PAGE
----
A Matter of Life and Death

A Matter of Life and Death

Dr Lap Ki Chan delivering a speech on body donation to medical students in the Respect Ceremony 
Medical students observing a moment of silence in the Respect Ceremony

The Medical Faculty believes direct examination of bodies is the best way to teach students about anatomy, and thus produce well-trained doctors for Hong Kong. However, as society has prospered over the decades, a grim but very real problem has arisen: a shortage of bodies for medical study and training. Until recently, donation had provided an insufficient number of cadavers to meet the needs of the medical programme.

Therefore, in 2007 the Faculty started to actively promote its Body Donation Programme to encourage people to register to donate their bodies, and to open up discussion of a previously taboo subject.

The issue of how the body should be handled after death is a complex one in Chinese culture. Under Confucianism, our bodies belong to our parents, which to some people means that body donation with the purpose of medical dissection is an offence against filial piety. On the other hand, the highest principle of Confucianism is benevolence, which others believe they can honour through donating their bodies to help others.

"We want the public to know that even after death, they can still contribute to society. The students learn better, and when they learn better the public benefits. We want to enable people to look at death from another perspective," said Dr Lap Ki Chan, who has been responsible for developing and promoting the Body Donation Programme.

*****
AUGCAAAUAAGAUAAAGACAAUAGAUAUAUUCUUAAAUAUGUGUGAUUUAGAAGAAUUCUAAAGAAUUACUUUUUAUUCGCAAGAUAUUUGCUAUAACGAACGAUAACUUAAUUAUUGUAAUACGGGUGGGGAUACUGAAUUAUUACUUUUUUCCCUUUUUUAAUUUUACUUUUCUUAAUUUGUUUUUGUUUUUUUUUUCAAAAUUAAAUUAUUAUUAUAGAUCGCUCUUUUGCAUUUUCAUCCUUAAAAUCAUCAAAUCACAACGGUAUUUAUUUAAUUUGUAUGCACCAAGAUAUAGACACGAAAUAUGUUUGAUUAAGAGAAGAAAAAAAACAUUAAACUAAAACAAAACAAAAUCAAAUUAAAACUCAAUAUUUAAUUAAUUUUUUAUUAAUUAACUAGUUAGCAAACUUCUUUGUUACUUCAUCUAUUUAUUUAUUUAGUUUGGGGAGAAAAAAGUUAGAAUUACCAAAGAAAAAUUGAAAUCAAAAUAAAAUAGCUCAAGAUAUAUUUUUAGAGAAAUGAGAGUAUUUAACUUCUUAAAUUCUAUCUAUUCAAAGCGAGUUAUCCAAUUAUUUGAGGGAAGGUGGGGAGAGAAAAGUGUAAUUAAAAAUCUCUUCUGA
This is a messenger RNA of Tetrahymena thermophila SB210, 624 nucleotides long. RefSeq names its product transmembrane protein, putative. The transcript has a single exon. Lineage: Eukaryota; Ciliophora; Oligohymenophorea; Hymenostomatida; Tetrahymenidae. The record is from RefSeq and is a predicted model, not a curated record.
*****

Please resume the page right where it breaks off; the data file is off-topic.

The Faculty has organised numerous public talks, reached out to organisations in health care and those that are active in life and death education, and conducted press conferences and media interviews.

As a result, the number of registration per year has shown a more than sixty-fold increase, from 27 in 2007 to 1,788 in 2013. The number of donated bodies increased from an average of one per year before 2007 to 55 in 2013. Others in the community, such as schools and charitable organisations, have also started to discuss body donation to increase the public's awareness.

"There are people who are not willing to donate their bodies. We are not trying to change their views; that is not our aim. Our aim is to disseminate information so that people can better understand our philosophy. Some people agree with it and are less hesitant in discussing the topic of death with their families and eventually register with our programme," Dr Chan said.

The Faculty asks students to honour donors through a respect ceremony held at the start of the first anatomy class of the year, and to write a reflective essay about their first encounter with the donated cadaver, which Dr Chan calls the "Great Body Teacher".

The Faculty also held a 2013 ceremony to open a memorial wall for body donors at the Garden of Remembrance of the Tseung Kwan O Chinese Permanent Cemetery.

The success of the endeavour has been overwhelming: not only have the needs of the anatomy programme been met, but through the hard work and dedication of Dr Chan and the other faculty and staff involved in the Body Donation Programme, the public has become more open-minded to the issue of body donation.

Dr Lap Ki Chan and team members, Mr Owen O. C. Chan, Ms Annie L. H. Kwan, Professor K. F. So, Dr G. L. Tipoe, Professor George S. W. Tsao and Mr Patrick W. L. Wong, received the Faculty Knowledge Exchange Award 2014 of the Li Ka Shing Faculty of Medicine for 'Life and Death Education through the HKU Body Donation Programme'.